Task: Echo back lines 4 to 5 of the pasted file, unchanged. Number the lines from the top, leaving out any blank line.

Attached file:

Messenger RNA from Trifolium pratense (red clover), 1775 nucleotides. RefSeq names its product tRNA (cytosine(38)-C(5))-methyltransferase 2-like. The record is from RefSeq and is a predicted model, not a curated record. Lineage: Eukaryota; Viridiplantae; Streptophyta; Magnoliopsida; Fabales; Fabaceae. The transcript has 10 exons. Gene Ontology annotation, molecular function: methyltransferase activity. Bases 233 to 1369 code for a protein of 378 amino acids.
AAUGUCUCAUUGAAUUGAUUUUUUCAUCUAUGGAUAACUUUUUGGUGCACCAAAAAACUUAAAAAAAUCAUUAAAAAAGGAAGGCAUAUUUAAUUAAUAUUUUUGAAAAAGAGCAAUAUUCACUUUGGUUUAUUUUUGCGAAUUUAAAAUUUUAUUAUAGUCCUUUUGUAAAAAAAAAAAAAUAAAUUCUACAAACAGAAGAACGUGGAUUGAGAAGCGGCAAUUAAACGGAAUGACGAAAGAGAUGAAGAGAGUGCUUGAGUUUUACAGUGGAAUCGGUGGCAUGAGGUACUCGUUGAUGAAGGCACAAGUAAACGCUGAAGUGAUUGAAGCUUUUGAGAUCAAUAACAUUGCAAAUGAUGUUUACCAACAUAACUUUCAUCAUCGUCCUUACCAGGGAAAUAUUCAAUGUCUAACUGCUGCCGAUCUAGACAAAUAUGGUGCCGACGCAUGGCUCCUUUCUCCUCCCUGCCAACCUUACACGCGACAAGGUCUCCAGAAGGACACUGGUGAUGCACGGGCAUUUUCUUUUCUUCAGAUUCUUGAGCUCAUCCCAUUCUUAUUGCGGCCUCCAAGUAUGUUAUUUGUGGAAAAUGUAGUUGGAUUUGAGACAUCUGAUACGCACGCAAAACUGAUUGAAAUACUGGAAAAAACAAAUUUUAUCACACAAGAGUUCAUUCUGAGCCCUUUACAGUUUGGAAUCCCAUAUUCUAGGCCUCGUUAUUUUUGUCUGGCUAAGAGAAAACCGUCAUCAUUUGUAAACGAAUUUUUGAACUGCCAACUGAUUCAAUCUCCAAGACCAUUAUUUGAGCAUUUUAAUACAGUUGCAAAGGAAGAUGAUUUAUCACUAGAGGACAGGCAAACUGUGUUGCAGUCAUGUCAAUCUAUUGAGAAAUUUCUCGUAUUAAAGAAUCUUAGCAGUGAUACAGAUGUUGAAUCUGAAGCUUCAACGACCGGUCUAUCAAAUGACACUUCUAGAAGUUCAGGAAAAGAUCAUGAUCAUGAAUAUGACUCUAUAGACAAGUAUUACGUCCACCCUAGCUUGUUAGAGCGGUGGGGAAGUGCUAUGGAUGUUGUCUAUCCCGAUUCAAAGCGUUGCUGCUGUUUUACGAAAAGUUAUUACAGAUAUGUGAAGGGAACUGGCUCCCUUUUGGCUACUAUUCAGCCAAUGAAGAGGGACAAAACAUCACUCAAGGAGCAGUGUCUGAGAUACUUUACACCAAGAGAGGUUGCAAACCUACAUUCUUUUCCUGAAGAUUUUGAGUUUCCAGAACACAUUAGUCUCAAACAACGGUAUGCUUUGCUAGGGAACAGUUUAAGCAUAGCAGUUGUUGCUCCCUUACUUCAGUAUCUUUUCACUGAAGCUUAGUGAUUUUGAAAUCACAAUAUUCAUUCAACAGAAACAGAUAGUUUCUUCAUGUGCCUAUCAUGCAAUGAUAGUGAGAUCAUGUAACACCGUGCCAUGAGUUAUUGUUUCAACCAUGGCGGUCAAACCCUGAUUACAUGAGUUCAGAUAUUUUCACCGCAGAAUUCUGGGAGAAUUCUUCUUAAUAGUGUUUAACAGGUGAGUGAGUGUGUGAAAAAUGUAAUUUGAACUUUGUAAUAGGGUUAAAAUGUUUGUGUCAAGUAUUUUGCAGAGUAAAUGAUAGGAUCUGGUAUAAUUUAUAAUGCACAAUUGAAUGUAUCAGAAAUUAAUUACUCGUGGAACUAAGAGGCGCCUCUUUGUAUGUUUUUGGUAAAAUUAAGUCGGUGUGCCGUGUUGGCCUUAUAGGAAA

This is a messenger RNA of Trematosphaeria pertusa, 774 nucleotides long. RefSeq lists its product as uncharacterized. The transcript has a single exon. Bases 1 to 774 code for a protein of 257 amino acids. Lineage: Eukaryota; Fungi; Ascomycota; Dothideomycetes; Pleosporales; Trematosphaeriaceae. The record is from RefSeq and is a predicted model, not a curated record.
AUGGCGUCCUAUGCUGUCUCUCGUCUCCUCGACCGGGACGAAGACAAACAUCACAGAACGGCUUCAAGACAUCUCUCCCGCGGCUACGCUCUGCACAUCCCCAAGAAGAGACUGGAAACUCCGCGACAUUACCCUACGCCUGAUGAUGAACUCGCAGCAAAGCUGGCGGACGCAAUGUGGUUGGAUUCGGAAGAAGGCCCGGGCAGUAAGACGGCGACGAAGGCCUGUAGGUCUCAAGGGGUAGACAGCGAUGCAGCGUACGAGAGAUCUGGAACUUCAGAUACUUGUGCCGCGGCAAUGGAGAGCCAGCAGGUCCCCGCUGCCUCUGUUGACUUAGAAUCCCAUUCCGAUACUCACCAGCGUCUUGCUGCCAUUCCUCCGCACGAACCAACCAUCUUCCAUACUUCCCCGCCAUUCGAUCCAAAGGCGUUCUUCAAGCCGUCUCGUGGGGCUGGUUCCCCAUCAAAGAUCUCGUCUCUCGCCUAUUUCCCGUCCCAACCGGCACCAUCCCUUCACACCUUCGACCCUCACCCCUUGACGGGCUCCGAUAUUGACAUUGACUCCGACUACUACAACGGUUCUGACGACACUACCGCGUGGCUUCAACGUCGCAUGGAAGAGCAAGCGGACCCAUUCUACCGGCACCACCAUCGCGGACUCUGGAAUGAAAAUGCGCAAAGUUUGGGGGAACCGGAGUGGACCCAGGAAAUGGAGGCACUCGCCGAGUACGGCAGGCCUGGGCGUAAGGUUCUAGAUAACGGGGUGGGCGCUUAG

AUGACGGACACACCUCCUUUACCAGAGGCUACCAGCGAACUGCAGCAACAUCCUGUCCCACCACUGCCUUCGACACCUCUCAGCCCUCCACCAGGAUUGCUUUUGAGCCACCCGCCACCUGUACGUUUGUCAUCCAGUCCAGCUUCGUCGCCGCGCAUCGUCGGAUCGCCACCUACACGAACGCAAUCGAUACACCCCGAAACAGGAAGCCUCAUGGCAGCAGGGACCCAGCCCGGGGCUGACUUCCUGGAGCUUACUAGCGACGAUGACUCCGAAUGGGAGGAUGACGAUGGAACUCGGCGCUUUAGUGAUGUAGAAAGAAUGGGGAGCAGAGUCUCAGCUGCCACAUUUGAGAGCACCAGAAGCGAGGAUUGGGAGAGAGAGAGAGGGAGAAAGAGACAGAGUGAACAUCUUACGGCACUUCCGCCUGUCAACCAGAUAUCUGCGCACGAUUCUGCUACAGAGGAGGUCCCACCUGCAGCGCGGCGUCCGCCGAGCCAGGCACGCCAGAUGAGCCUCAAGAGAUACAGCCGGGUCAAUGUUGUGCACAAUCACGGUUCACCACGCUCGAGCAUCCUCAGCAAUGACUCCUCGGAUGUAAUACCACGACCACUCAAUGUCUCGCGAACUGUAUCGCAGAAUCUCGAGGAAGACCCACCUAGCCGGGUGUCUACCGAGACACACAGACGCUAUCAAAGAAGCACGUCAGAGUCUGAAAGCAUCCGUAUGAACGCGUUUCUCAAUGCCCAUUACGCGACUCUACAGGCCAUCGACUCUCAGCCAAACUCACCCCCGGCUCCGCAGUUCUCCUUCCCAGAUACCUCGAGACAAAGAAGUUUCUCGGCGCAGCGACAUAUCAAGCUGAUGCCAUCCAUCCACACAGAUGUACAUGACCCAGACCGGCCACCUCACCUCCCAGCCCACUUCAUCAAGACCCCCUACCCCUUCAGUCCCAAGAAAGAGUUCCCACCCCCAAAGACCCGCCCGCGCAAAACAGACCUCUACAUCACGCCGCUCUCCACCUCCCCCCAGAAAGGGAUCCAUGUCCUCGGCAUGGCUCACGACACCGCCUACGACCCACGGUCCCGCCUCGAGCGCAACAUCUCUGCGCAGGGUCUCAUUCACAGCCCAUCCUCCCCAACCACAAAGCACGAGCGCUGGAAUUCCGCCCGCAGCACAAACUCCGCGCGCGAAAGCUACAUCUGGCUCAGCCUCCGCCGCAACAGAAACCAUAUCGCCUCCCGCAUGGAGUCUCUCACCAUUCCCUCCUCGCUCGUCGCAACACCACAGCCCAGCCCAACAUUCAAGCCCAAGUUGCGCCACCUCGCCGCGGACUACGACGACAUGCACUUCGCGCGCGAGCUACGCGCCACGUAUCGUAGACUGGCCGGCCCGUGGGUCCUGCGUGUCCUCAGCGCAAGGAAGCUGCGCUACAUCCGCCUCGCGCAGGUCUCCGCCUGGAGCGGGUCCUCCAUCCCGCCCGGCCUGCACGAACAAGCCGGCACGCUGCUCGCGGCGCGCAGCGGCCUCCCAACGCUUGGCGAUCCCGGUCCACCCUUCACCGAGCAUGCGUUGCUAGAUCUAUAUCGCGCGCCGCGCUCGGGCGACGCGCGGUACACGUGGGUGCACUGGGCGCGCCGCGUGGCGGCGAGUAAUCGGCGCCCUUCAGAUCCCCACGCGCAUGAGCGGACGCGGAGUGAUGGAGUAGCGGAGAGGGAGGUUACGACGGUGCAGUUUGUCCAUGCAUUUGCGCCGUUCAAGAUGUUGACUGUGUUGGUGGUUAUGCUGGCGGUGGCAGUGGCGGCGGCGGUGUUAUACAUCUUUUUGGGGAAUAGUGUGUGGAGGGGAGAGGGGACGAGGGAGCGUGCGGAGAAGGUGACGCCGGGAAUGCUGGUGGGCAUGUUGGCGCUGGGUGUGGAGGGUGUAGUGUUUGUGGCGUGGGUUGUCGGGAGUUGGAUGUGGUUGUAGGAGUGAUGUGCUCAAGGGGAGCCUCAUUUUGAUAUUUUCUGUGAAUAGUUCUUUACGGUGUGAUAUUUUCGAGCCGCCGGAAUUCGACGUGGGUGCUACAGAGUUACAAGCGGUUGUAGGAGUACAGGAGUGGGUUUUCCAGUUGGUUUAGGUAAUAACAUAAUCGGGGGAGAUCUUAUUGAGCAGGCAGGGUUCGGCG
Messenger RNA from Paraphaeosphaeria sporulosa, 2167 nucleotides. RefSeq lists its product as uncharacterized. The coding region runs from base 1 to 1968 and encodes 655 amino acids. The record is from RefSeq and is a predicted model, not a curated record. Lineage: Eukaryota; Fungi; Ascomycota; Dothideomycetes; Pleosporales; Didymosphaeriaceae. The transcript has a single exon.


AUGGCGUCCUAUGCUGUCUCUCGUCUCCUCGACCGGGACGAAGACAAACAUCACAGAACGGCUUCAAGACAUCUCUCCCGCGGCUACGCUCUGCACAUCCCCAAGAAGAGACUGGAAACUCCGCGACAUUACCCUACGCCUGAUGAUGAACUCGCAGCAAAGCUGGCGGACGCAAUGUGGUUGGAUUCGGAAGAAGGCCCGGGCAGUAAGACGGCGACGAAGGCCUGUAGGUCUCAAGGGGUAGACAGCGAUGCAGCGUACGAGAGAUCUGGAACUUCAGAUACUUGUGCCGCGGCAAUGGAGAGCCAGCAGGUCCCCGCUGCCUCUGUUGACUUAGAAUCCCAUUCCGAUACUCACCAGCGUCUUGCUGCCAUUCCUCCGCACGAACCAACCAUCUUCCAUACUUCCCCGCCAUUCGAUCCAAAGGCGUUCUUCAAGCCGUCUCGUGGGGCUGGUUCCCCAUCAAAGAUCUCGUCUCUCGCCUAUUUCCCGUCCCAACCGGCACCAUCCCUUCACACCUUCGACCCUCACCCCUUGACGGGCUCCGAUAUUGACAUUGACUCCGACUACUACAACGGUUCUGACGACACUACCGCGUGGCUUCAACGUCGCAUGGAAGAGCAAGCGGACCCAUUCUACCGGCACCACCAUCGCGGACUCUGGAAUGAAAAUGCGCAAAGUUUGGGGGAACCGGAGUGGACCCAGGAAAUGGAGGCACUCGCCGAGUACGGCAGGCCUGGGCGUAAGGUUCUAGAUAACGGGGUGGGCGCUUAG

AUGACGGACACACCUCCUUUACCAGAGGCUACCAGCGAACUGCAGCAACAUCCUGUCCCACCACUGCCUUCGACACCUCUCAGCCCUCCACCAGGAUUGCUUUUGAGCCACCCGCCACCUGUACGUUUGUCAUCCAGUCCAGCUUCGUCGCCGCGCAUCGUCGGAUCGCCACCUACACGAACGCAAUCGAUACACCCCGAAACAGGAAGCCUCAUGGCAGCAGGGACCCAGCCCGGGGCUGACUUCCUGGAGCUUACUAGCGACGAUGACUCCGAAUGGGAGGAUGACGAUGGAACUCGGCGCUUUAGUGAUGUAGAAAGAAUGGGGAGCAGAGUCUCAGCUGCCACAUUUGAGAGCACCAGAAGCGAGGAUUGGGAGAGAGAGAGAGGGAGAAAGAGACAGAGUGAACAUCUUACGGCACUUCCGCCUGUCAACCAGAUAUCUGCGCACGAUUCUGCUACAGAGGAGGUCCCACCUGCAGCGCGGCGUCCGCCGAGCCAGGCACGCCAGAUGAGCCUCAAGAGAUACAGCCGGGUCAAUGUUGUGCACAAUCACGGUUCACCACGCUCGAGCAUCCUCAGCAAUGACUCCUCGGAUGUAAUACCACGACCACUCAAUGUCUCGCGAACUGUAUCGCAGAAUCUCGAGGAAGACCCACCUAGCCGGGUGUCUACCGAGACACACAGACGCUAUCAAAGAAGCACGUCAGAGUCUGAAAGCAUCCGUAUGAACGCGUUUCUCAAUGCCCAUUACGCGACUCUACAGGCCAUCGACUCUCAGCCAAACUCACCCCCGGCUCCGCAGUUCUCCUUCCCAGAUACCUCGAGACAAAGAAGUUUCUCGGCGCAGCGACAUAUCAAGCUGAUGCCAUCCAUCCACACAGAUGUACAUGACCCAGACCGGCCACCUCACCUCCCAGCCCACUUCAUCAAGACCCCCUACCCCUUCAGUCCCAAGAAAGAGUUCCCACCCCCAAAGACCCGCCCGCGCAAAACAGACCUCUACAUCACGCCGCUCUCCACCUCCCCCCAGAAAGGGAUCCAUGUCCUCGGCAUGGCUCACGACACCGCCUACGACCCACGGUCCCGCCUCGAGCGCAACAUCUCUGCGCAGGGUCUCAUUCACAGCCCAUCCUCCCCAACCACAAAGCACGAGCGCUGGAAUUCCGCCCGCAGCACAAACUCCGCGCGCGAAAGCUACAUCUGGCUCAGCCUCCGCCGCAACAGAAACCAUAUCGCCUCCCGCAUGGAGUCUCUCACCAUUCCCUCCUCGCUCGUCGCAACACCACAGCCCAGCCCAACAUUCAAGCCCAAGUUGCGCCACCUCGCCGCGGACUACGACGACAUGCACUUCGCGCGCGAGCUACGCGCCACGUAUCGUAGACUGGCCGGCCCGUGGGUCCUGCGUGUCCUCAGCGCAAGGAAGCUGCGCUACAUCCGCCUCGCGCAGGUCUCCGCCUGGAGCGGGUCCUCCAUCCCGCCCGGCCUGCACGAACAAGCCGGCACGCUGCUCGCGGCGCGCAGCGGCCUCCCAACGCUUGGCGAUCCCGGUCCACCCUUCACCGAGCAUGCGUUGCUAGAUCUAUAUCGCGCGCCGCGCUCGGGCGACGCGCGGUACACGUGGGUGCACUGGGCGCGCCGCGUGGCGGCGAGUAAUCGGCGCCCUUCAGAUCCCCACGCGCAUGAGCGGACGCGGAGUGAUGGAGUAGCGGAGAGGGAGGUUACGACGGUGCAGUUUGUCCAUGCAUUUGCGCCGUUCAAGAUGUUGACUGUGUUGGUGGUUAUGCUGGCGGUGGCAGUGGCGGCGGCGGUGUUAUACAUCUUUUUGGGGAAUAGUGUGUGGAGGGGAGAGGGGACGAGGGAGCGUGCGGAGAAGGUGACGCCGGGAAUGCUGGUGGGCAUGUUGGCGCUGGGUGUGGAGGGUGUAGUGUUUGUGGCGUGGGUUGUCGGGAGUUGGAUGUGGUUGUAGGAGUGAUGUGCUCAAGGGGAGCCUCAUUUUGAUAUUUUCUGUGAAUAGUUCUUUACGGUGUGAUAUUUUCGAGCCGCCGGAAUUCGACGUGGGUGCUACAGAGUUACAAGCGGUUGUAGGAGUACAGGAGUGGGUUUUCCAGUUGGUUUAGGUAAUAACAUAAUCGGGGGAGAUCUUAUUGAGCAGGCAGGGUUCGGCG